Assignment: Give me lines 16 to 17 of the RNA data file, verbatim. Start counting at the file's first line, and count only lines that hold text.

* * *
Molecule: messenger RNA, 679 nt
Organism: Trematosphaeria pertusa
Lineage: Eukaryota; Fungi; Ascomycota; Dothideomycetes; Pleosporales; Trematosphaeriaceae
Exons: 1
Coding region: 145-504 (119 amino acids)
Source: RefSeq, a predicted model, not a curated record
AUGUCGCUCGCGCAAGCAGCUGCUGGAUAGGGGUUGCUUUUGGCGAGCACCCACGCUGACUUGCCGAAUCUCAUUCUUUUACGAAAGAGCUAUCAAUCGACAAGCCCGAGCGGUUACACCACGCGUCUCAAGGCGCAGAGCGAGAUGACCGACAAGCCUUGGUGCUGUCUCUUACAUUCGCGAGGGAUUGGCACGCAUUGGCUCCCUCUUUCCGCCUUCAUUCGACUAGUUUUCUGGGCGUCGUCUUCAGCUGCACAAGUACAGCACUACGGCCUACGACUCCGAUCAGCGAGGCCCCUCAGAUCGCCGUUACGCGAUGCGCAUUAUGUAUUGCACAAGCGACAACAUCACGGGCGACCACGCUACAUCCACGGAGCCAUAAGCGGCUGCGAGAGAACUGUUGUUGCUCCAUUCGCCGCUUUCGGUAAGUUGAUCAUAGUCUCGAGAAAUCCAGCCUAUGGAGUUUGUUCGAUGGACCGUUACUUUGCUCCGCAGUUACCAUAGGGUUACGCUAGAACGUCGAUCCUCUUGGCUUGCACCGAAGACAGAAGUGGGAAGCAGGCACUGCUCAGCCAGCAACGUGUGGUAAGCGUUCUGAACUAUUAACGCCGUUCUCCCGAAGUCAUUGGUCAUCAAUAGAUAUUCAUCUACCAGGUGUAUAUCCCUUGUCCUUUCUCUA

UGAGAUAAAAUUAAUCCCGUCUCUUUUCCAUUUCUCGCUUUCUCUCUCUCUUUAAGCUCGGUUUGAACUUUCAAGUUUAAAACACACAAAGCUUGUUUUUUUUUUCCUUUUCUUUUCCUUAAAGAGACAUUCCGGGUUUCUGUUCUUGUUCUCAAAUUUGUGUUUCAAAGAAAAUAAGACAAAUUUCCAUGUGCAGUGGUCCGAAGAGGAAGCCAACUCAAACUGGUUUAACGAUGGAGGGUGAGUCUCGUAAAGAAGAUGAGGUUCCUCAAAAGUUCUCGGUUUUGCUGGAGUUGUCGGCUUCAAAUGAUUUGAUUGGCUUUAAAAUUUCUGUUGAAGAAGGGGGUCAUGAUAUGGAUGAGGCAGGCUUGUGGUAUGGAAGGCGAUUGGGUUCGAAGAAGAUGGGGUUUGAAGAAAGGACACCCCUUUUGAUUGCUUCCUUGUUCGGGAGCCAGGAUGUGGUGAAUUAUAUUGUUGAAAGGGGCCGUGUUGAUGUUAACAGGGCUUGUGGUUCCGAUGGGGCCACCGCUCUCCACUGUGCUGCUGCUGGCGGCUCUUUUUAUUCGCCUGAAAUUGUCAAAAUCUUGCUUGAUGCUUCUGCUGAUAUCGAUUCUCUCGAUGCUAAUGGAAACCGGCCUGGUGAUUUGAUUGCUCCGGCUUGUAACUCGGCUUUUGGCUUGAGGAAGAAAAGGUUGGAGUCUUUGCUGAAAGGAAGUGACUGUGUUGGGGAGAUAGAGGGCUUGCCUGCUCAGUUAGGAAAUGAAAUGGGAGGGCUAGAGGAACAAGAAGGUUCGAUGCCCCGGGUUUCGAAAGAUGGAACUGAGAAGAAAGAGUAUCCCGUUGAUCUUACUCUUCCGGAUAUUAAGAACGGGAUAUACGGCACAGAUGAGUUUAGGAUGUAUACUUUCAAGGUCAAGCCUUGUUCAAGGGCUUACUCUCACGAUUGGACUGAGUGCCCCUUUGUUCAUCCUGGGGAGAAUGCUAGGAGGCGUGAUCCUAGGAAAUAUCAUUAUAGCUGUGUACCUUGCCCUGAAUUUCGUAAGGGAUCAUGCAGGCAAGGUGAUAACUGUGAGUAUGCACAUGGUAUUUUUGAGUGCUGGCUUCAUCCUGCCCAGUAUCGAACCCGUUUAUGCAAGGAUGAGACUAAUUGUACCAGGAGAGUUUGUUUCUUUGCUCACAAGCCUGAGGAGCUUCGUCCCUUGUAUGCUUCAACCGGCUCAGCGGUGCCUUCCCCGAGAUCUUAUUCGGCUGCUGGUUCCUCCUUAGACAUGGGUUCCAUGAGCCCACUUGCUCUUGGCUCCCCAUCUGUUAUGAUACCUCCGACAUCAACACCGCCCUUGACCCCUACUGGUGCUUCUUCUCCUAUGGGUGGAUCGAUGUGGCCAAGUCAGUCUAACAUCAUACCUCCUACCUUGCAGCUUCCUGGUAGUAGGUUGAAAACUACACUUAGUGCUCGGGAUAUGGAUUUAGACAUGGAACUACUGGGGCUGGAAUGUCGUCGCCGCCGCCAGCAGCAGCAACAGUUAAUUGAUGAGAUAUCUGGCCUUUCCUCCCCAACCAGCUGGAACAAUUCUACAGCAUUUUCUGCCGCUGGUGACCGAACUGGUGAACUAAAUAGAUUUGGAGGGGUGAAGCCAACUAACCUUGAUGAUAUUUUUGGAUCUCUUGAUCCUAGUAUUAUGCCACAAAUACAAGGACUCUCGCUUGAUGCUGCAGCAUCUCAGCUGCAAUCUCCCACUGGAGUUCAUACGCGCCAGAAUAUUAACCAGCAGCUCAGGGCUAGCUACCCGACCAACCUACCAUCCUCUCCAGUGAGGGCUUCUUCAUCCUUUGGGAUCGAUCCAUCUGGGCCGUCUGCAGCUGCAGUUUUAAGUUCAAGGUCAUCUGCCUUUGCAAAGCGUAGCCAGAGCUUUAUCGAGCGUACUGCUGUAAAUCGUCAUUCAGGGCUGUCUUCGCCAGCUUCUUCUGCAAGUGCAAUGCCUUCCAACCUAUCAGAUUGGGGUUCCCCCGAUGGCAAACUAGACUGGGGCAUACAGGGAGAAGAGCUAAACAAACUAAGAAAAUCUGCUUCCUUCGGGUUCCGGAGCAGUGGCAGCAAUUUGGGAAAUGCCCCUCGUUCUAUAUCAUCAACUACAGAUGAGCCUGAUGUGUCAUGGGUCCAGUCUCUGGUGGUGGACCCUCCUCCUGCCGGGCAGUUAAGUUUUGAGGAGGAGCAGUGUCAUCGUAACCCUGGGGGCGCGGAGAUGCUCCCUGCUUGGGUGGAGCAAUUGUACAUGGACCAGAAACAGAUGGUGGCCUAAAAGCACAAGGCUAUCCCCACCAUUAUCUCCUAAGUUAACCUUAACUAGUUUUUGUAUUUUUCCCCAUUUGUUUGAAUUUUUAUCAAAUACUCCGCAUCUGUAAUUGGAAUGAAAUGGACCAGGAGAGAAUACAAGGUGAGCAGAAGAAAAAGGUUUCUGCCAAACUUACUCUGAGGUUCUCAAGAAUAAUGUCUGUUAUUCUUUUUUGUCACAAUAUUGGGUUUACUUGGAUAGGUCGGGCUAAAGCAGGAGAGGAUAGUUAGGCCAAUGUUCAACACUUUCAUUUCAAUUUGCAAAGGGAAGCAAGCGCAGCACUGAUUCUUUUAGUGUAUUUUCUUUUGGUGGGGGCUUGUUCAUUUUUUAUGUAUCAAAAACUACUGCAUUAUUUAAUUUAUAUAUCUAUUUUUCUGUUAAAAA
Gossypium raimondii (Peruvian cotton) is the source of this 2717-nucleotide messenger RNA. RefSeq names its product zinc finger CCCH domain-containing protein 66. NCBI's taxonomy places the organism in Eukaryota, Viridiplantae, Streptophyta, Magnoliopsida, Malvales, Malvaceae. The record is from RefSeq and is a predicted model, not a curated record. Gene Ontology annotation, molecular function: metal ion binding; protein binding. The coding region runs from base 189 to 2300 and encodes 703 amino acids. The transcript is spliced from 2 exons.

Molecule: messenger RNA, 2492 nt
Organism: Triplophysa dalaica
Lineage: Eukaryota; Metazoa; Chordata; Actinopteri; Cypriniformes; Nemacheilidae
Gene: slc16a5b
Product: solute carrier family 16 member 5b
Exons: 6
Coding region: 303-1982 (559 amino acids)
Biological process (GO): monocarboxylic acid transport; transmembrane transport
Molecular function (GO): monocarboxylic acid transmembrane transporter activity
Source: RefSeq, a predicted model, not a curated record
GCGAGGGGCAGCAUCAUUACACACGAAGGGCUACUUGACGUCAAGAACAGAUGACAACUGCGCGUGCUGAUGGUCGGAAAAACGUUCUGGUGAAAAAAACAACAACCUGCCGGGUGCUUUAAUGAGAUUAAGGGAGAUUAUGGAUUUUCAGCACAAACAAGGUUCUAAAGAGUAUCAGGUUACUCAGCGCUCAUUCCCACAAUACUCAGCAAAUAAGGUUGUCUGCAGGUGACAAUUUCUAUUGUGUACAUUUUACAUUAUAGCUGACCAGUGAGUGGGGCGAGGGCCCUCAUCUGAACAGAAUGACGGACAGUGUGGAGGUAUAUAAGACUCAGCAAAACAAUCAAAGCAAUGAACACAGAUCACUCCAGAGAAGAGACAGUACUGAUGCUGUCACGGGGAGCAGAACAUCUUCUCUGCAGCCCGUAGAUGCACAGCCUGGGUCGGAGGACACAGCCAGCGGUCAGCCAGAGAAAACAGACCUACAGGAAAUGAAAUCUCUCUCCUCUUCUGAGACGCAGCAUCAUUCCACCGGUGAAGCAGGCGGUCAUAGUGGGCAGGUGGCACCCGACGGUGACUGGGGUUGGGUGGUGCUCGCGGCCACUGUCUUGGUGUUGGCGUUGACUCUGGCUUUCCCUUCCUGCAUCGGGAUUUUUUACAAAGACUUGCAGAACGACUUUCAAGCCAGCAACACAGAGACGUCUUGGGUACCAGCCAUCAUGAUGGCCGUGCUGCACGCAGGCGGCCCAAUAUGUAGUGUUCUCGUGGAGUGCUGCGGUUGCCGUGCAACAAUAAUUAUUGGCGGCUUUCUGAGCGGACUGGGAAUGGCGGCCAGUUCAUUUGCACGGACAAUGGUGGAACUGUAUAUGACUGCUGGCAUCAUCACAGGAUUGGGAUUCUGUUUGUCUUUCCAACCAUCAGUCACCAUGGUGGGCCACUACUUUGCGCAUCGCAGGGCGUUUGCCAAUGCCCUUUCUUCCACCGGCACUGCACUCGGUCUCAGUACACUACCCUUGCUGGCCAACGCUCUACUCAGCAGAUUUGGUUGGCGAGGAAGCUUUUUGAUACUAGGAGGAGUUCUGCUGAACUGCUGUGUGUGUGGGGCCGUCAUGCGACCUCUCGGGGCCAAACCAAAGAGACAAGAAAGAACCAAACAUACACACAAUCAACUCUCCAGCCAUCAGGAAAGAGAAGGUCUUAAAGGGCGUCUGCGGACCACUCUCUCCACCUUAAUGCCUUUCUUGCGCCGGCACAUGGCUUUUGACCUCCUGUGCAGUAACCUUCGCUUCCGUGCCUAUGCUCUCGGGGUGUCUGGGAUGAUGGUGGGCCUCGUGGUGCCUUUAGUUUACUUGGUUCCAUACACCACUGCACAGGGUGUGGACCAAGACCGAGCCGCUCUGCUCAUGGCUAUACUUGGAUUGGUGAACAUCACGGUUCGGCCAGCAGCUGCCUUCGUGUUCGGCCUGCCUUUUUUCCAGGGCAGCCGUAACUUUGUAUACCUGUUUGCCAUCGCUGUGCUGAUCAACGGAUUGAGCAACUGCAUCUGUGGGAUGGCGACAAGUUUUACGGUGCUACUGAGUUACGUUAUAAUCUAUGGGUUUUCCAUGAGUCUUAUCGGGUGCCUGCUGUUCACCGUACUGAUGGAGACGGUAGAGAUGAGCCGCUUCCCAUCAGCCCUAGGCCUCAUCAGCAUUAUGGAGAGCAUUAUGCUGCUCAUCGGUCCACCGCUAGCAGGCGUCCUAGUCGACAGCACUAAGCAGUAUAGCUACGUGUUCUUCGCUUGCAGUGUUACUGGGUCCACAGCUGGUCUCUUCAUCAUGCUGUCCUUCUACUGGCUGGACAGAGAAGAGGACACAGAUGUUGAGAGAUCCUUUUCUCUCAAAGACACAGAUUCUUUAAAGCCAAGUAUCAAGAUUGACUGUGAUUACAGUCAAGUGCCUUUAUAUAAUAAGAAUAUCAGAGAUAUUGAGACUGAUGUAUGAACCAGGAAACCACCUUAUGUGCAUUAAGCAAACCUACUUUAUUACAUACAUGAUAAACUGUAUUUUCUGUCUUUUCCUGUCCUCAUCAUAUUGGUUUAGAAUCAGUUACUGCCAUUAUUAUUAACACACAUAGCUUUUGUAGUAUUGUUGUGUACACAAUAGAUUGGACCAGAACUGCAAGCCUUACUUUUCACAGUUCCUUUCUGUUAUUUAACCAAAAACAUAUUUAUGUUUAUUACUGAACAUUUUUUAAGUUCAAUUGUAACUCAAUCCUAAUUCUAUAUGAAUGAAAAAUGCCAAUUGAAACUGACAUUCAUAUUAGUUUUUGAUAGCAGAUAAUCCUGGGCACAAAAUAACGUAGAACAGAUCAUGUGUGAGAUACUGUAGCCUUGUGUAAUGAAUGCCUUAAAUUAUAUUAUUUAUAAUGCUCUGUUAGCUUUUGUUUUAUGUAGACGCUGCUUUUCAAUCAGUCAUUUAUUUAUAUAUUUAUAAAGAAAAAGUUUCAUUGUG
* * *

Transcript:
Coding region: 303-1982 (559 amino acids)
Biological process (GO): monocarboxylic acid transport; transmembrane transport